This is probably my favorite of my many favorite cartoons from the first Popeye series of the early 1930s. Long ago, my children got fascinated with these (they came on TV at about 5:30 in the morning, so I videotaped them and we watched them together), and at one point I sent my 8-hour collection someplace to have them transferred to DVD. I never saw them again. But a few years ago, I happened upon a cleaned-up, pristine, re-released boxed set and was in Popeye heaven. I was a bit surprised to see these in glorious black and white, as the ones we saw back in the '80s were in colour. Later I found out they had been sent to Korea to be badly colorized, probably by Ted Turner. (Why Ted Turner was forgiven for all that atrocity amazes me, but he was, and his name now proudly stands for Turner Classic Movies, a bastion of cinematic purity with no interruptions, no edits and no commercial breaks. How did he pull that one off?)
Considering what an adorable creation Eugene the Jeep is, it surprises me that Fleischer only used him in two cartoons. In this one, he rescues Swee' Pea from certain death by taking Popeye on a wild Jeep chase. The second one just doesn't have the same charm. In the kind of cruel boondoggle I came to expect as a sullen, embittered little girl, the animators decided to un-make him and start all over again, having him delivered in a mysterious box (a gift from Olive - ?) to Popeye's door.
But it doesn't really matter what Jeep does - it's all adorable. He's a sort of magic teddy-dog with the ability to dematerialize, walk through walls and foretell the future. His tail makes a sort of jingly sound, and every so often he goes, "jeep, jeep". But all this is barely touched on in these two cartoons - in fact, in the second one he hardly has any mojo left at all. .
Like all the Popeye characters, Eugene got his start in the "funny papers", in a highly eccentric 1920s comic strip called Thimble Theater. Popeye was probably the least likely of them to get his own cartoon franchise. Since the Jeep started off as a static comic strip character, the animators would have had very little idea of how he was supposed to move. I think they did a delightful job with him, with his spins and twirls.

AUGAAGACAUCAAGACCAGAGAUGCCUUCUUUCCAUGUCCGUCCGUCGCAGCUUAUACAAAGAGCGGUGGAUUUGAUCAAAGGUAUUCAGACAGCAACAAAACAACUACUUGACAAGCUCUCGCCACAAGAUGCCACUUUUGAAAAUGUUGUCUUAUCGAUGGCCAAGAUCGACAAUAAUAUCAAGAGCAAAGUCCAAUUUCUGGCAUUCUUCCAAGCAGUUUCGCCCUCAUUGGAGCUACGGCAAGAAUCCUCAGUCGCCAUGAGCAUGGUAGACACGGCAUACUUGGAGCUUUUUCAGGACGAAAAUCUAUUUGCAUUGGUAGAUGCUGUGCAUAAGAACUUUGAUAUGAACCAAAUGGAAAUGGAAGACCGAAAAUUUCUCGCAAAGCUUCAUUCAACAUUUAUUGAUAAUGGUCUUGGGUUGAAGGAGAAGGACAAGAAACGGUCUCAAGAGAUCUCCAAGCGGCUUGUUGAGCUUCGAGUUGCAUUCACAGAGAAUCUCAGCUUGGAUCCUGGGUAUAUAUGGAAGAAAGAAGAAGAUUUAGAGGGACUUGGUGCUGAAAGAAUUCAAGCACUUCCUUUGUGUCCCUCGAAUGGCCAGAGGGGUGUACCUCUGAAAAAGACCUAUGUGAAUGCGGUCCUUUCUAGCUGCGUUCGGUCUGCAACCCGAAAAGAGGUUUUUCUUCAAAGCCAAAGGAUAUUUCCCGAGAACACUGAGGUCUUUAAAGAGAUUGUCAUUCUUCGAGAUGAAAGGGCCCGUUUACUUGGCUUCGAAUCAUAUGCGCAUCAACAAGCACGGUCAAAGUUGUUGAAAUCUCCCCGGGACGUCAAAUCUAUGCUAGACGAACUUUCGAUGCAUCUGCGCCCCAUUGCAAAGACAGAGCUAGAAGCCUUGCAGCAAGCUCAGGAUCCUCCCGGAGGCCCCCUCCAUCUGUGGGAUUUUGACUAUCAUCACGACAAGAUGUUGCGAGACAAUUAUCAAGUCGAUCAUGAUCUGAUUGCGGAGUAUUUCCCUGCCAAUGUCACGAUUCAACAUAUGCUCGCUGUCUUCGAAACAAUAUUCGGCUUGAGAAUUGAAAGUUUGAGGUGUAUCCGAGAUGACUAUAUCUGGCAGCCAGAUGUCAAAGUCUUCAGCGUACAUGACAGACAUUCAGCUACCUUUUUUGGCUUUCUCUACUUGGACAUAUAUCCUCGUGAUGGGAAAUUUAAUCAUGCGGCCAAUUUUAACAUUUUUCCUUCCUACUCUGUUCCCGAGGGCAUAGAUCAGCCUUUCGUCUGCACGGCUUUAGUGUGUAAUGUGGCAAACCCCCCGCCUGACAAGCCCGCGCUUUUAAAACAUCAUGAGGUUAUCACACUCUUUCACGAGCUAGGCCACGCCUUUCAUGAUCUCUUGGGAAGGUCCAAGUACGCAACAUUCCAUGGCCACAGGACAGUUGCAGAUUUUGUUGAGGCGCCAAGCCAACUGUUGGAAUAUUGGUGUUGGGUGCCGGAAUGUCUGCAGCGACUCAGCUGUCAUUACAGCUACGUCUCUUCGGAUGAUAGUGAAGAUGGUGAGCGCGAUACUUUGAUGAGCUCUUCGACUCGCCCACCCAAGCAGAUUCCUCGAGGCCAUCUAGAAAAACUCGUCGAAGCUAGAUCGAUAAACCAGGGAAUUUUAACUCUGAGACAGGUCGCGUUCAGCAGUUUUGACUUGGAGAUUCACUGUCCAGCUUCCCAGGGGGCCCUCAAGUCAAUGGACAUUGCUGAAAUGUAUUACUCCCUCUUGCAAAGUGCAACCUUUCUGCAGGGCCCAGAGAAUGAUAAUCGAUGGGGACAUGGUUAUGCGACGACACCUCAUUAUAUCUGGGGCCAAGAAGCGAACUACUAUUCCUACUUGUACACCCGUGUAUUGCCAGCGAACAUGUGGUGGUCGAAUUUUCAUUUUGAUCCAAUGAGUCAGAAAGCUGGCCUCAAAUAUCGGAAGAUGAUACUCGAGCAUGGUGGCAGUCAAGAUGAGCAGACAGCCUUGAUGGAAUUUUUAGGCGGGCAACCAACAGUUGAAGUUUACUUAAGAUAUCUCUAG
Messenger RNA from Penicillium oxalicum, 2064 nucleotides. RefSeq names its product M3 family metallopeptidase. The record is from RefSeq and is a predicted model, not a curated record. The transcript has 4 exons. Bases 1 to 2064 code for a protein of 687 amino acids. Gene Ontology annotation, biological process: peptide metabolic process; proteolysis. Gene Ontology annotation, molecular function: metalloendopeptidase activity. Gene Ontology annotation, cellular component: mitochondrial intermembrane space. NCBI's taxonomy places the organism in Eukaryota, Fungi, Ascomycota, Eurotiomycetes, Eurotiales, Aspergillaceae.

This is a particularly neat sequence, and an example of what Fleischer and his animators did best. Labyrinthine chases that double back on themselves are a standard feature, usually involving Popeye risking life and limb. (This is one of the very few cartoons in which he does NOT eat his spinach. Even spinach is no match for the power of the Jeep.)
A superb moment!
Though Popeye doesn't eat his spinach, Eugene eats his orchids. I just had a thought as to why he only appears twice. Cute as he is, it would be hard to think up "business" for him. He has to be the centre of the action, with all that spooky magic power, so he can't just be a faithful Jeep trotting along at Popeye's heels. But what sort of action, when Popeye cartoons are usually of the knockdown-dragout variety? Where would Bluto fit in? Or Wimpy, for that matter? Most of the Thimble Theatre characters were dumped when Popeye went animated. For the most part, the whole cartoon series revolved around that eternal triangle: Popeye, Bluto and the raven-haired wench who holds them in her fatal spell.
I just remembered something about this ending, which only appears in the first few cartoons. When we were watching them on VHS tape, we only saw a tiny flash of "something" that looked like an inkwell. The people who colorized the cartoons had so adulterated the animation that this logo almost disappeared, or was reduced to a fraction of a second. So the game was to pause the tape at the exact moment when that frame or two appeared. We also acted out a dramatic version of Barnacle Bill the Sailor, but I doubt if either of them remembers it. Oh, the memories.